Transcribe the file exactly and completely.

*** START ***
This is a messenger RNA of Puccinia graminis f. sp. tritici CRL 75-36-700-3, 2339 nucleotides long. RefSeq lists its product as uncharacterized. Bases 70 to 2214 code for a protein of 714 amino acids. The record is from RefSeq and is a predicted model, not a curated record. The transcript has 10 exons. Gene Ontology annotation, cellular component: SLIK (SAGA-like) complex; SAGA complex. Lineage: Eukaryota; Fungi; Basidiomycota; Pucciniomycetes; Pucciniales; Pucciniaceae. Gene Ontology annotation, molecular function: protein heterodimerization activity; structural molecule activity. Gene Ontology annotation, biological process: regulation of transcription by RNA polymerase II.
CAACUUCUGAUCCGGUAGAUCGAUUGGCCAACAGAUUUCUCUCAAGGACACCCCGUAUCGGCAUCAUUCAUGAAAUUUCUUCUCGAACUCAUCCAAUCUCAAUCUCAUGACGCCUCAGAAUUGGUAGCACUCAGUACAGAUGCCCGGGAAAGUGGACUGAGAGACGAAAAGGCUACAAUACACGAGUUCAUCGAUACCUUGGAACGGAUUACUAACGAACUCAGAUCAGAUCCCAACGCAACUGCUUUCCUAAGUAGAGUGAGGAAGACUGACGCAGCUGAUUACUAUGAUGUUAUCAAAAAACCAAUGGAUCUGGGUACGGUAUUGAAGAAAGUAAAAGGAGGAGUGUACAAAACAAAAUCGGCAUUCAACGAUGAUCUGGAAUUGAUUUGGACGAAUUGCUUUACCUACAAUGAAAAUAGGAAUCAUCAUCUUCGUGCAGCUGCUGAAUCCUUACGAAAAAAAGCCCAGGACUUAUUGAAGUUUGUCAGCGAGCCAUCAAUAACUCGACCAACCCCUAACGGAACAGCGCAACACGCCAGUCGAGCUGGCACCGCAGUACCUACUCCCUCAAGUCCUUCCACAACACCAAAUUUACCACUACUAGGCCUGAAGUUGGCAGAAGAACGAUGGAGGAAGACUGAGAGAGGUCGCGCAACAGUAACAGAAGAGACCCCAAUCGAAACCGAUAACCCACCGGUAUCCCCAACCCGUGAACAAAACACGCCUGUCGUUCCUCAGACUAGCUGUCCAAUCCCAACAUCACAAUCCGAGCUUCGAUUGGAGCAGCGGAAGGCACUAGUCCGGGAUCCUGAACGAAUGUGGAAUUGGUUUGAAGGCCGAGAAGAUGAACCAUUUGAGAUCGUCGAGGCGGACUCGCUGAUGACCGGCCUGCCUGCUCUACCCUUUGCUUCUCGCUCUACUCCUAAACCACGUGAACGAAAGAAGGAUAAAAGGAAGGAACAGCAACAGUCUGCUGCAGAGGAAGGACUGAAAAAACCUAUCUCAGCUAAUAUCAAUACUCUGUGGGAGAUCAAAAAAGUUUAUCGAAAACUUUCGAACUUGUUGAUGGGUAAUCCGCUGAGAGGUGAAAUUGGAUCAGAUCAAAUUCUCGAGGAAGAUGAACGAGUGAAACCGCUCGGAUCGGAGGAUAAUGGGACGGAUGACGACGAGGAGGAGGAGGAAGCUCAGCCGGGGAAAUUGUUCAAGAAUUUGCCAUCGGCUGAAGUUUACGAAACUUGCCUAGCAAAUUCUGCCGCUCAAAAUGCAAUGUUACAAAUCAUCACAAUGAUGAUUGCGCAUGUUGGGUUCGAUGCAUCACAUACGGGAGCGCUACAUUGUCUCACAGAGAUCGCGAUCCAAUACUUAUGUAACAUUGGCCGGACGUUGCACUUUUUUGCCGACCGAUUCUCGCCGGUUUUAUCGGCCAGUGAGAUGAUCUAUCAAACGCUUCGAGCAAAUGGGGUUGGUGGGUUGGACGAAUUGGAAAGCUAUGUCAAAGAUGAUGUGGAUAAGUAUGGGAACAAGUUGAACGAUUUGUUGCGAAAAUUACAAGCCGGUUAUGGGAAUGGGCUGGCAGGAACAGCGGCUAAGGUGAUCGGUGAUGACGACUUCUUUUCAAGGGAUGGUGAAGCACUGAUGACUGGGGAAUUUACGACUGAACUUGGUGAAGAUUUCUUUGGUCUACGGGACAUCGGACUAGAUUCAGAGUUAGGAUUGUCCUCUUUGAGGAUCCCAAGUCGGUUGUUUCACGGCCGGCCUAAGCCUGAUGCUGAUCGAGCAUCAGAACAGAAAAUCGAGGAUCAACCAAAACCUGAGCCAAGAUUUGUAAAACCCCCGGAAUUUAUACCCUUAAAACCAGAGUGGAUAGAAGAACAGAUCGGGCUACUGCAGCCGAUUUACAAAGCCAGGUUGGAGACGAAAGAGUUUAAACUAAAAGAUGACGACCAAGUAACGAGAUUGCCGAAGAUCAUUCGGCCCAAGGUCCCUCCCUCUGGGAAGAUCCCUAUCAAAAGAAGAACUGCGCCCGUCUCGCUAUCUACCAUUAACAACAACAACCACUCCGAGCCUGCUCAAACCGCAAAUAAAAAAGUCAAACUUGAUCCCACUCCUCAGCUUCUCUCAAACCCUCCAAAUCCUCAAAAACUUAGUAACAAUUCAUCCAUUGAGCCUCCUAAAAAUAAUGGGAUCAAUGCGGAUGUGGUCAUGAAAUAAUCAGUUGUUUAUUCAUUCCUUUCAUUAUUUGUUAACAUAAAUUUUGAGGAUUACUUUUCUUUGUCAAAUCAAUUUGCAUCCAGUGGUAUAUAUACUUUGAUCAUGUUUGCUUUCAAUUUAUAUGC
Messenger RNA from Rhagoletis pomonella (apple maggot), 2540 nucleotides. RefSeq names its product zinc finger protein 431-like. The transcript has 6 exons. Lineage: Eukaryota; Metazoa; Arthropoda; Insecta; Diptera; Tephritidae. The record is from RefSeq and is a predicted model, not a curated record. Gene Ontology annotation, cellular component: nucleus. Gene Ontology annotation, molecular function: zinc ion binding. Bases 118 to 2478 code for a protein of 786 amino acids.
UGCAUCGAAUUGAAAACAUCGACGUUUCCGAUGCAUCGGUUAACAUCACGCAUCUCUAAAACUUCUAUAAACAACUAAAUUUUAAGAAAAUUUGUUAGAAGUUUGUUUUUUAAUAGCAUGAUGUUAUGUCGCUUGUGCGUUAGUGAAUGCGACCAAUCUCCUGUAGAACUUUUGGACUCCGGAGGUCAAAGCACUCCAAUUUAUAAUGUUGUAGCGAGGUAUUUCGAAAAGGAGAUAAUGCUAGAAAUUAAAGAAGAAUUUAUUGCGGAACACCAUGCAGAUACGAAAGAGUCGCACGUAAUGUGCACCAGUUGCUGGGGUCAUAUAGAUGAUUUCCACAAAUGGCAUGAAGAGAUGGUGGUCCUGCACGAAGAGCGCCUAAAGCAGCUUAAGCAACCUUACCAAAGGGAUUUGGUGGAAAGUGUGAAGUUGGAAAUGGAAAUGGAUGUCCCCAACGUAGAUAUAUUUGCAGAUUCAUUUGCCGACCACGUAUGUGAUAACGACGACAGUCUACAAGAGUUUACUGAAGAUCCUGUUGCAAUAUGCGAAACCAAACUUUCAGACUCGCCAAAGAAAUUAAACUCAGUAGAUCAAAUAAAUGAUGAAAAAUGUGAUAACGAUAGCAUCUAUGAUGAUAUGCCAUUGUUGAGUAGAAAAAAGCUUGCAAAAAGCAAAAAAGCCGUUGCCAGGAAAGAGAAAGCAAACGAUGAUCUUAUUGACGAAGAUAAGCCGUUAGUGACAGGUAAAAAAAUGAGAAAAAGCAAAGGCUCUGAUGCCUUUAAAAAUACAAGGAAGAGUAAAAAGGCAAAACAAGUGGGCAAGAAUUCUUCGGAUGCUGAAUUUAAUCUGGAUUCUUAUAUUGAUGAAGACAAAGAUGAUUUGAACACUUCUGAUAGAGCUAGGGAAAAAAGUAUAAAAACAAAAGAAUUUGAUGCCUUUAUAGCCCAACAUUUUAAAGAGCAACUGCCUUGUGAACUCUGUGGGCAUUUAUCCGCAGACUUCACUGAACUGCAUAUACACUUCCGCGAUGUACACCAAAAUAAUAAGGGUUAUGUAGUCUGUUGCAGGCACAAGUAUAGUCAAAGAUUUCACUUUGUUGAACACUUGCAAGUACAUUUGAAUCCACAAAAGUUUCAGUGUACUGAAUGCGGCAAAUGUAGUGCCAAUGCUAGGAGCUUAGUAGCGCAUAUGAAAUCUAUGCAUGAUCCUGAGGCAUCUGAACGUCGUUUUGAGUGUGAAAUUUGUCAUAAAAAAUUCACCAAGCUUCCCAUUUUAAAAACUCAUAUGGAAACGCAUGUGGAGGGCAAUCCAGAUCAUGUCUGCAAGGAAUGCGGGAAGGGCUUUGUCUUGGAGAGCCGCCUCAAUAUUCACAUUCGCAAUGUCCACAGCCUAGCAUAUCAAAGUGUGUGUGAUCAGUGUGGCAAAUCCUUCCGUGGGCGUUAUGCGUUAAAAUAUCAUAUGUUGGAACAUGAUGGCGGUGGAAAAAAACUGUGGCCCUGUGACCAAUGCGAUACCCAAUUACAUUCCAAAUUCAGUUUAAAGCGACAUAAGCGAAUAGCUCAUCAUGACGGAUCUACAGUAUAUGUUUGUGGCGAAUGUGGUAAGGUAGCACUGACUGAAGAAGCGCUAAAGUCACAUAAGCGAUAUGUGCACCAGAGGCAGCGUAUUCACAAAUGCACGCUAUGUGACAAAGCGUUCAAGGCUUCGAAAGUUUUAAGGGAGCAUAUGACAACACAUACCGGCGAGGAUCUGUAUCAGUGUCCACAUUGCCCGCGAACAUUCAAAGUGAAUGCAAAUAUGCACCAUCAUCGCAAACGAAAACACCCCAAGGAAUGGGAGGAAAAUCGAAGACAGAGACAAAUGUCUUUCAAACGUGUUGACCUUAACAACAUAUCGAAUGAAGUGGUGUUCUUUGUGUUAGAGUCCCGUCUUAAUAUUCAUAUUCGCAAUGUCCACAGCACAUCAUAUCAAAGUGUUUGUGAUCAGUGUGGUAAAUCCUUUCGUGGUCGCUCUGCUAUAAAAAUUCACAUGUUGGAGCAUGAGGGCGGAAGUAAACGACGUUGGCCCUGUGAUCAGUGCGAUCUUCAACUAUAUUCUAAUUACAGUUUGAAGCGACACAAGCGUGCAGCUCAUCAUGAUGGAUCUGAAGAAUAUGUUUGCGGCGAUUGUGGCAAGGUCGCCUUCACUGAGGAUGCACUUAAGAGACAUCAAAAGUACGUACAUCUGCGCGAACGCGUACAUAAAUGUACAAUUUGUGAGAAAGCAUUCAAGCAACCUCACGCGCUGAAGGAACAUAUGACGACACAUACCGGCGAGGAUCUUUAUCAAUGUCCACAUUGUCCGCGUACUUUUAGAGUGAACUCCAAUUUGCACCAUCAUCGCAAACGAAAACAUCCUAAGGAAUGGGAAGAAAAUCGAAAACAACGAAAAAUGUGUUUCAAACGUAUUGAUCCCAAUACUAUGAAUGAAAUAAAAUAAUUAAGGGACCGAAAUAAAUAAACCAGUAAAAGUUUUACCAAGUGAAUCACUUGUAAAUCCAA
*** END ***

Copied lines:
This is a messenger RNA of Puccinia graminis f. sp. tritici CRL 75-36-700-3, 2339 nucleotides long. RefSeq lists its product as uncharacterized. Bases 70 to 2214 code for a protein of 714 amino acids. The record is from RefSeq and is a predicted model, not a curated record. The transcript has 10 exons. Gene Ontology annotation, cellular component: SLIK (SAGA-like) complex; SAGA complex. Lineage: Eukaryota; Fungi; Basidiomycota; Pucciniomycetes; Pucciniales; Pucciniaceae. Gene Ontology annotation, molecular function: protein heterodimerization activity; structural molecule activity. Gene Ontology annotation, biological process: regulation of transcription by RNA polymerase II.
CAACUUCUGAUCCGGUAGAUCGAUUGGCCAACAGAUUUCUCUCAAGGACACCCCGUAUCGGCAUCAUUCAUGAAAUUUCUUCUCGAACUCAUCCAAUCUCAAUCUCAUGACGCCUCAGAAUUGGUAGCACUCAGUACAGAUGCCCGGGAAAGUGGACUGAGAGACGAAAAGGCUACAAUACACGAGUUCAUCGAUACCUUGGAACGGAUUACUAACGAACUCAGAUCAGAUCCCAACGCAACUGCUUUCCUAAGUAGAGUGAGGAAGACUGACGCAGCUGAUUACUAUGAUGUUAUCAAAAAACCAAUGGAUCUGGGUACGGUAUUGAAGAAAGUAAAAGGAGGAGUGUACAAAACAAAAUCGGCAUUCAACGAUGAUCUGGAAUUGAUUUGGACGAAUUGCUUUACCUACAAUGAAAAUAGGAAUCAUCAUCUUCGUGCAGCUGCUGAAUCCUUACGAAAAAAAGCCCAGGACUUAUUGAAGUUUGUCAGCGAGCCAUCAAUAACUCGACCAACCCCUAACGGAACAGCGCAACACGCCAGUCGAGCUGGCACCGCAGUACCUACUCCCUCAAGUCCUUCCACAACACCAAAUUUACCACUACUAGGCCUGAAGUUGGCAGAAGAACGAUGGAGGAAGACUGAGAGAGGUCGCGCAACAGUAACAGAAGAGACCCCAAUCGAAACCGAUAACCCACCGGUAUCCCCAACCCGUGAACAAAACACGCCUGUCGUUCCUCAGACUAGCUGUCCAAUCCCAACAUCACAAUCCGAGCUUCGAUUGGAGCAGCGGAAGGCACUAGUCCGGGAUCCUGAACGAAUGUGGAAUUGGUUUGAAGGCCGAGAAGAUGAACCAUUUGAGAUCGUCGAGGCGGACUCGCUGAUGACCGGCCUGCCUGCUCUACCCUUUGCUUCUCGCUCUACUCCUAAACCACGUGAACGAAAGAAGGAUAAAAGGAAGGAACAGCAACAGUCUGCUGCAGAGGAAGGACUGAAAAAACCUAUCUCAGCUAAUAUCAAUACUCUGUGGGAGAUCAAAAAAGUUUAUCGAAAACUUUCGAACUUGUUGAUGGGUAAUCCGCUGAGAGGUGAAAUUGGAUCAGAUCAAAUUCUCGAGGAAGAUGAACGAGUGAAACCGCUCGGAUCGGAGGAUAAUGGGACGGAUGACGACGAGGAGGAGGAGGAAGCUCAGCCGGGGAAAUUGUUCAAGAAUUUGCCAUCGGCUGAAGUUUACGAAACUUGCCUAGCAAAUUCUGCCGCUCAAAAUGCAAUGUUACAAAUCAUCACAAUGAUGAUUGCGCAUGUUGGGUUCGAUGCAUCACAUACGGGAGCGCUACAUUGUCUCACAGAGAUCGCGAUCCAAUACUUAUGUAACAUUGGCCGGACGUUGCACUUUUUUGCCGACCGAUUCUCGCCGGUUUUAUCGGCCAGUGAGAUGAUCUAUCAAACGCUUCGAGCAAAUGGGGUUGGUGGGUUGGACGAAUUGGAAAGCUAUGUCAAAGAUGAUGUGGAUAAGUAUGGGAACAAGUUGAACGAUUUGUUGCGAAAAUUACAAGCCGGUUAUGGGAAUGGGCUGGCAGGAACAGCGGCUAAGGUGAUCGGUGAUGACGACUUCUUUUCAAGGGAUGGUGAAGCACUGAUGACUGGGGAAUUUACGACUGAACUUGGUGAAGAUUUCUUUGGUCUACGGGACAUCGGACUAGAUUCAGAGUUAGGAUUGUCCUCUUUGAGGAUCCCAAGUCGGUUGUUUCACGGCCGGCCUAAGCCUGAUGCUGAUCGAGCAUCAGAACAGAAAAUCGAGGAUCAACCAAAACCUGAGCCAAGAUUUGUAAAACCCCCGGAAUUUAUACCCUUAAAACCAGAGUGGAUAGAAGAACAGAUCGGGCUACUGCAGCCGAUUUACAAAGCCAGGUUGGAGACGAAAGAGUUUAAACUAAAAGAUGACGACCAAGUAACGAGAUUGCCGAAGAUCAUUCGGCCCAAGGUCCCUCCCUCUGGGAAGAUCCCUAUCAAAAGAAGAACUGCGCCCGUCUCGCUAUCUACCAUUAACAACAACAACCACUCCGAGCCUGCUCAAACCGCAAAUAAAAAAGUCAAACUUGAUCCCACUCCUCAGCUUCUCUCAAACCCUCCAAAUCCUCAAAAACUUAGUAACAAUUCAUCCAUUGAGCCUCCUAAAAAUAAUGGGAUCAAUGCGGAUGUGGUCAUGAAAUAAUCAGUUGUUUAUUCAUUCCUUUCAUUAUUUGUUAACAUAAAUUUUGAGGAUUACUUUUCUUUGUCAAAUCAAUUUGCAUCCAGUGGUAUAUAUACUUUGAUCAUGUUUGCUUUCAAUUUAUAUGC
Messenger RNA from Rhagoletis pomonella (apple maggot), 2540 nucleotides. RefSeq names its product zinc finger protein 431-like. The transcript has 6 exons. Lineage: Eukaryota; Metazoa; Arthropoda; Insecta; Diptera; Tephritidae. The record is from RefSeq and is a predicted model, not a curated record. Gene Ontology annotation, cellular component: nucleus. Gene Ontology annotation, molecular function: zinc ion binding. Bases 118 to 2478 code for a protein of 786 amino acids.
UGCAUCGAAUUGAAAACAUCGACGUUUCCGAUGCAUCGGUUAACAUCACGCAUCUCUAAAACUUCUAUAAACAACUAAAUUUUAAGAAAAUUUGUUAGAAGUUUGUUUUUUAAUAGCAUGAUGUUAUGUCGCUUGUGCGUUAGUGAAUGCGACCAAUCUCCUGUAGAACUUUUGGACUCCGGAGGUCAAAGCACUCCAAUUUAUAAUGUUGUAGCGAGGUAUUUCGAAAAGGAGAUAAUGCUAGAAAUUAAAGAAGAAUUUAUUGCGGAACACCAUGCAGAUACGAAAGAGUCGCACGUAAUGUGCACCAGUUGCUGGGGUCAUAUAGAUGAUUUCCACAAAUGGCAUGAAGAGAUGGUGGUCCUGCACGAAGAGCGCCUAAAGCAGCUUAAGCAACCUUACCAAAGGGAUUUGGUGGAAAGUGUGAAGUUGGAAAUGGAAAUGGAUGUCCCCAACGUAGAUAUAUUUGCAGAUUCAUUUGCCGACCACGUAUGUGAUAACGACGACAGUCUACAAGAGUUUACUGAAGAUCCUGUUGCAAUAUGCGAAACCAAACUUUCAGACUCGCCAAAGAAAUUAAACUCAGUAGAUCAAAUAAAUGAUGAAAAAUGUGAUAACGAUAGCAUCUAUGAUGAUAUGCCAUUGUUGAGUAGAAAAAAGCUUGCAAAAAGCAAAAAAGCCGUUGCCAGGAAAGAGAAAGCAAACGAUGAUCUUAUUGACGAAGAUAAGCCGUUAGUGACAGGUAAAAAAAUGAGAAAAAGCAAAGGCUCUGAUGCCUUUAAAAAUACAAGGAAGAGUAAAAAGGCAAAACAAGUGGGCAAGAAUUCUUCGGAUGCUGAAUUUAAUCUGGAUUCUUAUAUUGAUGAAGACAAAGAUGAUUUGAACACUUCUGAUAGAGCUAGGGAAAAAAGUAUAAAAACAAAAGAAUUUGAUGCCUUUAUAGCCCAACAUUUUAAAGAGCAACUGCCUUGUGAACUCUGUGGGCAUUUAUCCGCAGACUUCACUGAACUGCAUAUACACUUCCGCGAUGUACACCAAAAUAAUAAGGGUUAUGUAGUCUGUUGCAGGCACAAGUAUAGUCAAAGAUUUCACUUUGUUGAACACUUGCAAGUACAUUUGAAUCCACAAAAGUUUCAGUGUACUGAAUGCGGCAAAUGUAGUGCCAAUGCUAGGAGCUUAGUAGCGCAUAUGAAAUCUAUGCAUGAUCCUGAGGCAUCUGAACGUCGUUUUGAGUGUGAAAUUUGUCAUAAAAAAUUCACCAAGCUUCCCAUUUUAAAAACUCAUAUGGAAACGCAUGUGGAGGGCAAUCCAGAUCAUGUCUGCAAGGAAUGCGGGAAGGGCUUUGUCUUGGAGAGCCGCCUCAAUAUUCACAUUCGCAAUGUCCACAGCCUAGCAUAUCAAAGUGUGUGUGAUCAGUGUGGCAAAUCCUUCCGUGGGCGUUAUGCGUUAAAAUAUCAUAUGUUGGAACAUGAUGGCGGUGGAAAAAAACUGUGGCCCUGUGACCAAUGCGAUACCCAAUUACAUUCCAAAUUCAGUUUAAAGCGACAUAAGCGAAUAGCUCAUCAUGACGGAUCUACAGUAUAUGUUUGUGGCGAAUGUGGUAAGGUAGCACUGACUGAAGAAGCGCUAAAGUCACAUAAGCGAUAUGUGCACCAGAGGCAGCGUAUUCACAAAUGCACGCUAUGUGACAAAGCGUUCAAGGCUUCGAAAGUUUUAAGGGAGCAUAUGACAACACAUACCGGCGAGGAUCUGUAUCAGUGUCCACAUUGCCCGCGAACAUUCAAAGUGAAUGCAAAUAUGCACCAUCAUCGCAAACGAAAACACCCCAAGGAAUGGGAGGAAAAUCGAAGACAGAGACAAAUGUCUUUCAAACGUGUUGACCUUAACAACAUAUCGAAUGAAGUGGUGUUCUUUGUGUUAGAGUCCCGUCUUAAUAUUCAUAUUCGCAAUGUCCACAGCACAUCAUAUCAAAGUGUUUGUGAUCAGUGUGGUAAAUCCUUUCGUGGUCGCUCUGCUAUAAAAAUUCACAUGUUGGAGCAUGAGGGCGGAAGUAAACGACGUUGGCCCUGUGAUCAGUGCGAUCUUCAACUAUAUUCUAAUUACAGUUUGAAGCGACACAAGCGUGCAGCUCAUCAUGAUGGAUCUGAAGAAUAUGUUUGCGGCGAUUGUGGCAAGGUCGCCUUCACUGAGGAUGCACUUAAGAGACAUCAAAAGUACGUACAUCUGCGCGAACGCGUACAUAAAUGUACAAUUUGUGAGAAAGCAUUCAAGCAACCUCACGCGCUGAAGGAACAUAUGACGACACAUACCGGCGAGGAUCUUUAUCAAUGUCCACAUUGUCCGCGUACUUUUAGAGUGAACUCCAAUUUGCACCAUCAUCGCAAACGAAAACAUCCUAAGGAAUGGGAAGAAAAUCGAAAACAACGAAAAAUGUGUUUCAAACGUAUUGAUCCCAAUACUAUGAAUGAAAUAAAAUAAUUAAGGGACCGAAAUAAAUAAACCAGUAAAAGUUUUACCAAGUGAAUCACUUGUAAAUCCAA